However, Canada faces many of the same problems seen in the U.S. As I mentioned before, Jeff Scott from Fraser Surrey Docks highlighted many of the same problems that we see here today in the U.S. “As the world and port communities change and evolve, approvals are getting more difficult, the environmental standards have increased, capital is harder to justify, timelines are getting shorter, community takeover and pressure on its ports is increasing,” Scott said.
Credit should also be given to efforts made in recent years to streamline the project and permit process in the U.S. The 3x3x3 rule has challenged the Corps to cut project timelines, overall costs and administration oversight. We could do better with the funding we have, but this country also struggles to see past the line item sheet and the annual budget process.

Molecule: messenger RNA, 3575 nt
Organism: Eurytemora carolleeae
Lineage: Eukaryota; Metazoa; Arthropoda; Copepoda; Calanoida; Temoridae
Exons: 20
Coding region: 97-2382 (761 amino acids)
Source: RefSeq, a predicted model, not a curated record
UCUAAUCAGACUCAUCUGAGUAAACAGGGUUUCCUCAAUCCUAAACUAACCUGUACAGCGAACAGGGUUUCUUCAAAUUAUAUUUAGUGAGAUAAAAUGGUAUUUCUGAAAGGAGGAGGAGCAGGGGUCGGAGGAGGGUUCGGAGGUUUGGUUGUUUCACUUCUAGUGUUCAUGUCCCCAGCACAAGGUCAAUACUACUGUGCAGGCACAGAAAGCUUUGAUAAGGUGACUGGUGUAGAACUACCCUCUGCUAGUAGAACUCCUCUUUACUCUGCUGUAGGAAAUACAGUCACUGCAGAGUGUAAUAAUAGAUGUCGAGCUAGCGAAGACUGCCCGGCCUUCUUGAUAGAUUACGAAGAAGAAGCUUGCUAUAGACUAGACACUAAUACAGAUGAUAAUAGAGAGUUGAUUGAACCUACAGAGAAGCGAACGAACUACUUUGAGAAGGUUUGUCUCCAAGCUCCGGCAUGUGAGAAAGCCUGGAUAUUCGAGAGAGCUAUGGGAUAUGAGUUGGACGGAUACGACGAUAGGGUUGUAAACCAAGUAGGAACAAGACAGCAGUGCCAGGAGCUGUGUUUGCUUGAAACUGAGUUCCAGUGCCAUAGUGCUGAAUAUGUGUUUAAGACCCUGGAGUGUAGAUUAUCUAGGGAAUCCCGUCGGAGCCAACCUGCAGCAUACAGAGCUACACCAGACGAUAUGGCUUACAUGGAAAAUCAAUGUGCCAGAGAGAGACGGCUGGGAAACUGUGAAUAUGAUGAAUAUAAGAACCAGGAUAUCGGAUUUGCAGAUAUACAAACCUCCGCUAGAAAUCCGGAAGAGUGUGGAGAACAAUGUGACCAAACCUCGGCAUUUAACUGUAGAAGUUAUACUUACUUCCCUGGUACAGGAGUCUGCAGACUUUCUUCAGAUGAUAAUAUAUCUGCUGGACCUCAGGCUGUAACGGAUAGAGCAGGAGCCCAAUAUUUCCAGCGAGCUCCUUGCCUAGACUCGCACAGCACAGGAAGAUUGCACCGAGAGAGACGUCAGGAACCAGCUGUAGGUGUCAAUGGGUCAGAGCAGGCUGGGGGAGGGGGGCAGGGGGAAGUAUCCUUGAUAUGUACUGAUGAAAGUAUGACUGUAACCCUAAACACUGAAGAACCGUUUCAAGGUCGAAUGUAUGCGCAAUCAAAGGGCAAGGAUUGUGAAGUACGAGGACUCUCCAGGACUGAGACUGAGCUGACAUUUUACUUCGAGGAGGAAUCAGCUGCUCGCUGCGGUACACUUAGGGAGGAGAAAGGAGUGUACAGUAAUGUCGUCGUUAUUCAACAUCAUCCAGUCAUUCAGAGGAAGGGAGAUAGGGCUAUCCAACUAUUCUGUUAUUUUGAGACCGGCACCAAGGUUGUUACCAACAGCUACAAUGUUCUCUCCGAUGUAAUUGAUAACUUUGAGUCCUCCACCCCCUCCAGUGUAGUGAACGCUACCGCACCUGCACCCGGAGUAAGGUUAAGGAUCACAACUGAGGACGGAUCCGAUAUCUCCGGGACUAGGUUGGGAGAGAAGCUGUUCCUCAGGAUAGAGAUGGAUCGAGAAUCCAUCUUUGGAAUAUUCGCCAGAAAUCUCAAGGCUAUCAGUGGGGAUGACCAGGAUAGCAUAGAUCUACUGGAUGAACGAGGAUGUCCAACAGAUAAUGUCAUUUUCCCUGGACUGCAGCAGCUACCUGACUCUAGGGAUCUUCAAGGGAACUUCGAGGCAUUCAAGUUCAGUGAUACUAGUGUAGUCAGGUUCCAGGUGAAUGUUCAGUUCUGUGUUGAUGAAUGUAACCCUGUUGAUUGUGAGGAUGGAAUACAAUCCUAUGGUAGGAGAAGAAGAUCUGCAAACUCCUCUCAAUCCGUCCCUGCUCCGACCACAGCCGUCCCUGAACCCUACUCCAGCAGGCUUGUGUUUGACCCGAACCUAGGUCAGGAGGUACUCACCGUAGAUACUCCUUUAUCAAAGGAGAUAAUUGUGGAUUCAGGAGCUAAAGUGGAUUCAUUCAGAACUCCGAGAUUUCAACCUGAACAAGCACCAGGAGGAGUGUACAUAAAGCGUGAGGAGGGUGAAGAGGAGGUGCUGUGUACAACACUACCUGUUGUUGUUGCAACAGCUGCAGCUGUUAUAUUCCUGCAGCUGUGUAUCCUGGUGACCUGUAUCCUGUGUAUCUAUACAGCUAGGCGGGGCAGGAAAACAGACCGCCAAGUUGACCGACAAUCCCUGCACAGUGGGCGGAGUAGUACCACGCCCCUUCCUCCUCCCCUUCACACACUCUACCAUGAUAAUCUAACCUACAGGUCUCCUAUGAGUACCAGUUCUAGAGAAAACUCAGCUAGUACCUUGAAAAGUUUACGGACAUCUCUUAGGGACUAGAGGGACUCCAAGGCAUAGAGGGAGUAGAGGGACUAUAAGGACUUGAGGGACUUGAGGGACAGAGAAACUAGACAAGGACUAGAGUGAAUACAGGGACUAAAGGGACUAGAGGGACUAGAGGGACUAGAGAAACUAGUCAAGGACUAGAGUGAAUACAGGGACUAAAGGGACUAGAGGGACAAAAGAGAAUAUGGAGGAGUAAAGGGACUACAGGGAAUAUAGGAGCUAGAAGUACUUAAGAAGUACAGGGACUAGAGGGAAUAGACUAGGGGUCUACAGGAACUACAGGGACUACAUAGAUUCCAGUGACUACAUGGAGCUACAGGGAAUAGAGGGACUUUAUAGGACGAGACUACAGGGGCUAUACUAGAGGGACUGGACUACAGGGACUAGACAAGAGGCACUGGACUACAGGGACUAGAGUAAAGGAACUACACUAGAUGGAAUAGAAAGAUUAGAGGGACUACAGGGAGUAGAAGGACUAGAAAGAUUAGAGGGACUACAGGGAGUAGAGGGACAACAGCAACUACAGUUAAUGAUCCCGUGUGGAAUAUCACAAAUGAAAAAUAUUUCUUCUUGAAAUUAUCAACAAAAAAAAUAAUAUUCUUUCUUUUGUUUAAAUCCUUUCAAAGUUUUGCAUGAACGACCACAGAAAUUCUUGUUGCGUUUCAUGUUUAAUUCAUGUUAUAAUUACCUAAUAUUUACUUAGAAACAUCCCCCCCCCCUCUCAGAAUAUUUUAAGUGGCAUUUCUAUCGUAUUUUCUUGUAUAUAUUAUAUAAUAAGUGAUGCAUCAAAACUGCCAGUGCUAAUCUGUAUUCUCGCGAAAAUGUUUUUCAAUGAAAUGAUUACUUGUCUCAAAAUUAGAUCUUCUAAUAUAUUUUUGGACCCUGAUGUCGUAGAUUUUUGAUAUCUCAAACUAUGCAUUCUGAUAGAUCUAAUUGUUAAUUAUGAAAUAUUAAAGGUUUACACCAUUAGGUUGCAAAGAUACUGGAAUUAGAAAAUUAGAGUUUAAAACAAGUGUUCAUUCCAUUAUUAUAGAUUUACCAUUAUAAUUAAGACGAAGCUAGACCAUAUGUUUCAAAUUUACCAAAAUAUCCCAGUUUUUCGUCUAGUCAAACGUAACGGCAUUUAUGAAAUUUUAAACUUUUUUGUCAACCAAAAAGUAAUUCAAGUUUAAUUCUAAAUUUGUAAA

We probably don’t want all our projects to span two decades, but in some cases that might be necessary to prepare for what’s needed. Instead, many of our ports are now wading through the long project process long after the need for more capacity was there. I was very interested to learn how they did things in Canada with regard to infrastructure and dredging, and it was fascinating to compare it to the U.S. model, in the hopes that we might learn something.